Collaboration Between NHERI Facilities: 
SimCenter and UC San Diego Implement Hybrid Shake Table Tests

Published on February 5, 2018


Shake table control room. Development team (L to R, clockwise): Manuel Vega, Humberto Caudana, Darren McKay, and Gilberto Mosqueda from NHERI UC San Diego EF, and Andreas Schellenberg from NHERI SimCenter


Hybrid simulations involving experimental substructures on the largest shake table in the U.S. were successfully completed through the collaborative effort of hybrid simulation experts from the NHERI SimCenter and UC San Diego Experimental Facility. These tests were executed during the commissioning of hybrid simulation capabilities at the NHERI EF.

The real-time hybrid shake table testing involved the numerical simulation of multi-story shear buildings subjected to earthquake loading with the upper story of the hybrid model being tested experimentally and excited by the Large High Performance Outdoor Shake Table (LHPOST) at UC San Diego. Hybrid shake table testing provides an efficient approach for performing parameter studies, by changing the properties and the behavior of the numerical portion of the hybrid model from test to test. The data produced in these experiments is being curated on the NHERI DesignSafe Data Depot.

As part of this development and commissioning effort, computational expertise and software components from the SimCenter were implemented to extend the capabilities of the UC San Diego EF to enable real-time hybrid shake table testing.

Seismically isolated experimental specimen on shake table. Development team (L to R): Gilberto Mosqueda and Darren McKay (NHERI UC San Diego EF), Andreas Schellenberg (NHERI SimCenter), Humberto Caudana and Manuel Vega (NHERI UC San Diego EF).

The hybrid models consisted of buildings where the upper story (or tuned-mass-damper) was experimentally tested on the shake table and the lower stories were modeled numerically in Simulink or OpenSees. The experimental setup consisted of a rigid mass supported on four triple pendulum bearings. Two and six degree-of-freedom building structures were examined to verify the stability of the system in the presence of higher frequency modes. The experimentally tested portion of the hybrid model can represent the upper stories of a building isolated by a mid-level isolation system or a tuned mass damper on top of a building. The demonstrated testing capabilities will now enable researchers to investigate different hybrid simulation configurations that take advantage of the large capacity of the shake table and the available soil boxes to include geotechnical elements.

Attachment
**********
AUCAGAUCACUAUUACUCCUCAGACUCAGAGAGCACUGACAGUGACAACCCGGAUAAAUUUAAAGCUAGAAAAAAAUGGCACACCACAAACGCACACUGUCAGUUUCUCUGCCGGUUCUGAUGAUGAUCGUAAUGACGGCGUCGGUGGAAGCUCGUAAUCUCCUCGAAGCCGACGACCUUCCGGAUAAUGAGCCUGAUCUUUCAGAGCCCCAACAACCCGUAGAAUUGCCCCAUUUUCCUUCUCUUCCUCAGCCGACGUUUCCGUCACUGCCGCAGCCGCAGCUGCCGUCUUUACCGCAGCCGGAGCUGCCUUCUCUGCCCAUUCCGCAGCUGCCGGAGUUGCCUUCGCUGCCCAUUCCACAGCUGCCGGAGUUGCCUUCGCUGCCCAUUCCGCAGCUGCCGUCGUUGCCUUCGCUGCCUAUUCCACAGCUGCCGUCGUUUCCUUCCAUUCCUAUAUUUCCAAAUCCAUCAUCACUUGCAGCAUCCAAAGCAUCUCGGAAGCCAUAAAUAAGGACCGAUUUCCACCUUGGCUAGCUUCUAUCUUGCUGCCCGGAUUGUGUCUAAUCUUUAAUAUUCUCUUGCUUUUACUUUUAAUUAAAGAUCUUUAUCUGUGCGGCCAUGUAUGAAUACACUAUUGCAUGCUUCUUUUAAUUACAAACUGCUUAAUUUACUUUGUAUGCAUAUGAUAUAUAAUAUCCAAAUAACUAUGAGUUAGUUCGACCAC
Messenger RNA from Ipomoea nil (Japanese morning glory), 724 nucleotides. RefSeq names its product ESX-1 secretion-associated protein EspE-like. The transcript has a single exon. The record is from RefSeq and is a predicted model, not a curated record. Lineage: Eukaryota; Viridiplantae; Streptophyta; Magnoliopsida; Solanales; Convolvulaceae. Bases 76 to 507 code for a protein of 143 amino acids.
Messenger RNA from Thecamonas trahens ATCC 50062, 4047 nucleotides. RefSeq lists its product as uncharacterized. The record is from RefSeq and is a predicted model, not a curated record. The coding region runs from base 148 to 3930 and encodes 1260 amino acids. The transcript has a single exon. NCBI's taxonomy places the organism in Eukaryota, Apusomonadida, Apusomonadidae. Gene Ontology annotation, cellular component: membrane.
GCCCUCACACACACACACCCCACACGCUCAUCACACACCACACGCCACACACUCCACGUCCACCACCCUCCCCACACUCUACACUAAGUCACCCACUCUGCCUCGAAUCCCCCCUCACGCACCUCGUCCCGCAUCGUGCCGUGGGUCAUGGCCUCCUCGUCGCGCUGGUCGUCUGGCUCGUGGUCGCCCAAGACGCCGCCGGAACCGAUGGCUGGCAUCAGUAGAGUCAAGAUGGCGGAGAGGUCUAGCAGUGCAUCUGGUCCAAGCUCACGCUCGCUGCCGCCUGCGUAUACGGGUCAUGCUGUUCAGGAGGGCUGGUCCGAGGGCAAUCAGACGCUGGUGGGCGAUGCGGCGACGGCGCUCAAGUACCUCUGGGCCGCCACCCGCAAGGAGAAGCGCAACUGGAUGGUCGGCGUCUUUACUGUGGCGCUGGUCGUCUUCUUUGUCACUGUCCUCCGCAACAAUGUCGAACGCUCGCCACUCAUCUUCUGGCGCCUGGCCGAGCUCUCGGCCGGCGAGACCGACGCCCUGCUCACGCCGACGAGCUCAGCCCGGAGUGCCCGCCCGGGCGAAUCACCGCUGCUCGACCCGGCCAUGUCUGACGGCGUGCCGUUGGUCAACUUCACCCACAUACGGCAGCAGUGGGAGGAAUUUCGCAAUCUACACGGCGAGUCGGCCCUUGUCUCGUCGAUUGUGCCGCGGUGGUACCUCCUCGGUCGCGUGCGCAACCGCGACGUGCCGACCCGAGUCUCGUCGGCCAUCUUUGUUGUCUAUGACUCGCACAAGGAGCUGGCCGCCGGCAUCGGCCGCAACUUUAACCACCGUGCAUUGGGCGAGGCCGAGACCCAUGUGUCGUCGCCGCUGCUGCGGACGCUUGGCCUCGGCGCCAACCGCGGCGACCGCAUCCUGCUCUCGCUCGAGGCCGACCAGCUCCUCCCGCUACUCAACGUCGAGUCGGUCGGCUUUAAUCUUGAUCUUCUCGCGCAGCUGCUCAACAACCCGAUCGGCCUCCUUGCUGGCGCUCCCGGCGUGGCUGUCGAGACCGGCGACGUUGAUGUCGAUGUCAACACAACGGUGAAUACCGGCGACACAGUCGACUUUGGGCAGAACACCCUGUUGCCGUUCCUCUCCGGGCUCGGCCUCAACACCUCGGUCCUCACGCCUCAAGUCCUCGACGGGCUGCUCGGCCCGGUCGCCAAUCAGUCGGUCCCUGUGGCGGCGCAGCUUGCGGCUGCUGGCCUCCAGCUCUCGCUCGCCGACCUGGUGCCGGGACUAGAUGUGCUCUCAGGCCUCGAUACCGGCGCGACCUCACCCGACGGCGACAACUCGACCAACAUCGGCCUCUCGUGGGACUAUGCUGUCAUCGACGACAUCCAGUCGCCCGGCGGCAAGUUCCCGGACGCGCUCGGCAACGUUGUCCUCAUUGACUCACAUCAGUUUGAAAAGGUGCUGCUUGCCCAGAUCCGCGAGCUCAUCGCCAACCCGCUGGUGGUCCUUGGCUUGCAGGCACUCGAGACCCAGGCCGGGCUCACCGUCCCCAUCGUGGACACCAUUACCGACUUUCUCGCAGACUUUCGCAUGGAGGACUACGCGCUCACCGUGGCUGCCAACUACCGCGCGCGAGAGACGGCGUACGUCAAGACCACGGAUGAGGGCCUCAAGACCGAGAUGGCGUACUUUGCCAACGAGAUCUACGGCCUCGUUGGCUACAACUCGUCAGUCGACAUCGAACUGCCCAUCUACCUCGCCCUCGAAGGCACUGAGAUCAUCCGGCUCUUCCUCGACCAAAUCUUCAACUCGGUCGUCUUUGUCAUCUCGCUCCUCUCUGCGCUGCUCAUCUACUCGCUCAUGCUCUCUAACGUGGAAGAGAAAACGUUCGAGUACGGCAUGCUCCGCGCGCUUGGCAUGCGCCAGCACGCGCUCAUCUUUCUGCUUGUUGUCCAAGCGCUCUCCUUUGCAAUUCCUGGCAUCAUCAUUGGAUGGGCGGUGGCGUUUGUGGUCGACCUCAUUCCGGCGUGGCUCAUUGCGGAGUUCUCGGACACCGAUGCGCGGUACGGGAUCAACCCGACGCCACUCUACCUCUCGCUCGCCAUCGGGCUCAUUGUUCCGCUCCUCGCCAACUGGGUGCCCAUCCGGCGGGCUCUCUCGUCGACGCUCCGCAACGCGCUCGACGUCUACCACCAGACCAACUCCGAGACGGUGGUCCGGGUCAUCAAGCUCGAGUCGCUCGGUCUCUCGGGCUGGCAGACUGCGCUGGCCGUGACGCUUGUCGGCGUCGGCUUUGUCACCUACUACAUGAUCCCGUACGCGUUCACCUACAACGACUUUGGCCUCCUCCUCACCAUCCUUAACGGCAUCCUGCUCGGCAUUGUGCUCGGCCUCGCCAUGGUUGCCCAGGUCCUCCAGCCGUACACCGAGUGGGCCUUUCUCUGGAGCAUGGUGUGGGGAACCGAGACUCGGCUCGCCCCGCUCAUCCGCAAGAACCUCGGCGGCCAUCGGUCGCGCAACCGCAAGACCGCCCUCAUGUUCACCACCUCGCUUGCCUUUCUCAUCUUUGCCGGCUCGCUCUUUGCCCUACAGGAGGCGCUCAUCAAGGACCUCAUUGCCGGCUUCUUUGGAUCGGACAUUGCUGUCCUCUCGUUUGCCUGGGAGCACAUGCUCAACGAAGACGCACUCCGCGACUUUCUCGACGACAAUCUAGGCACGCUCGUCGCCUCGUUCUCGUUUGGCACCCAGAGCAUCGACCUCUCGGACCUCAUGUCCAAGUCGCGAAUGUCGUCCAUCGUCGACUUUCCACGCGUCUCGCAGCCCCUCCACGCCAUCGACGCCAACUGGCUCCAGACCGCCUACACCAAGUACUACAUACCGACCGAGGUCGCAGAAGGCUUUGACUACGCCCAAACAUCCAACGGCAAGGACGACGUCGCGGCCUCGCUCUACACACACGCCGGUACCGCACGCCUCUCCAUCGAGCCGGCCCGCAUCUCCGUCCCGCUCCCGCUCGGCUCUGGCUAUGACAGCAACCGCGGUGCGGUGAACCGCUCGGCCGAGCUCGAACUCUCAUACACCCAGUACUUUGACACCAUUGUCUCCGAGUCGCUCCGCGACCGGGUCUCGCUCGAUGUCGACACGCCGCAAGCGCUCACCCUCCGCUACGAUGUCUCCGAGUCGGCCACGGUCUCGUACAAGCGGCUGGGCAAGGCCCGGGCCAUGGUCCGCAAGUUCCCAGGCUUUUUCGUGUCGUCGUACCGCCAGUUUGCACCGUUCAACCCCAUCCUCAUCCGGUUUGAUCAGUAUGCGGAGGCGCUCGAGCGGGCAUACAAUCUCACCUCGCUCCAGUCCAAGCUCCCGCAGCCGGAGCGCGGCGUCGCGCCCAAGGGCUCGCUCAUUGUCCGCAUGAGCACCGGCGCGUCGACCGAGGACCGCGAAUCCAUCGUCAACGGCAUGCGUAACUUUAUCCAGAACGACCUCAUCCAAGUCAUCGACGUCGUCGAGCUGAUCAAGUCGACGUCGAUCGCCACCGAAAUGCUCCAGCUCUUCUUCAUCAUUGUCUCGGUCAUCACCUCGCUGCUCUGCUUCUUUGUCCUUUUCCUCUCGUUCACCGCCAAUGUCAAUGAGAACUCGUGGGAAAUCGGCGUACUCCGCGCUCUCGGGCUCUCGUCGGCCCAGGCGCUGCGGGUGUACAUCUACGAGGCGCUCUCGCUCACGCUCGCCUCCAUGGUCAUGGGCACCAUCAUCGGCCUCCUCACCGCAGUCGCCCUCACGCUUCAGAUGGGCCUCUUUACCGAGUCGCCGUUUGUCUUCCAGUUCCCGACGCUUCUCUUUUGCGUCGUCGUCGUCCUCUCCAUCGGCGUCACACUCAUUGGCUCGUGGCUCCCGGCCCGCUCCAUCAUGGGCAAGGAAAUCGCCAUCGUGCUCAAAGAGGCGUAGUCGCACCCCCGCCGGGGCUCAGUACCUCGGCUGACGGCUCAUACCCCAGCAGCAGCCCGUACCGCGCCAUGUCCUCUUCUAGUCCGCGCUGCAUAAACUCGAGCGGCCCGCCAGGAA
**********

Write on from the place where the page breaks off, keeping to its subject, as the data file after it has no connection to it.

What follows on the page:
The development team included research engineer Andreas Schellenberg from the NHERI SimCenter; and professor Gilberto Mosqueda, postdoctoral researcher Humberto Caudana, graduate student Manuel Vega and Darren McKay, site operations manager from UC San Diego.

Andreas Schellenberg noted, “We were pleased to bring our expertise and experience to expand the shake table capabilities to include hybrid testing. The collaboration with UC San Diego was very fruitful and mutually beneficial, as demonstrated by the successful implementation and verification of two approaches for performing hybrid shake table tests. We’re excited to see what NHERI researchers accomplish with this new capability.”

"Through the collaboration with the SimCenter, we were able to implement new hybrid testing capabilities including advanced computational modeling that will allow for the integration of more complex numerical models. We look forward to working with researchers seeking to implement hybrid testing on the LHPOST," said Gilberto Mosqueda of the UC San Diego EF.


Overview of hybrid shake table configuration.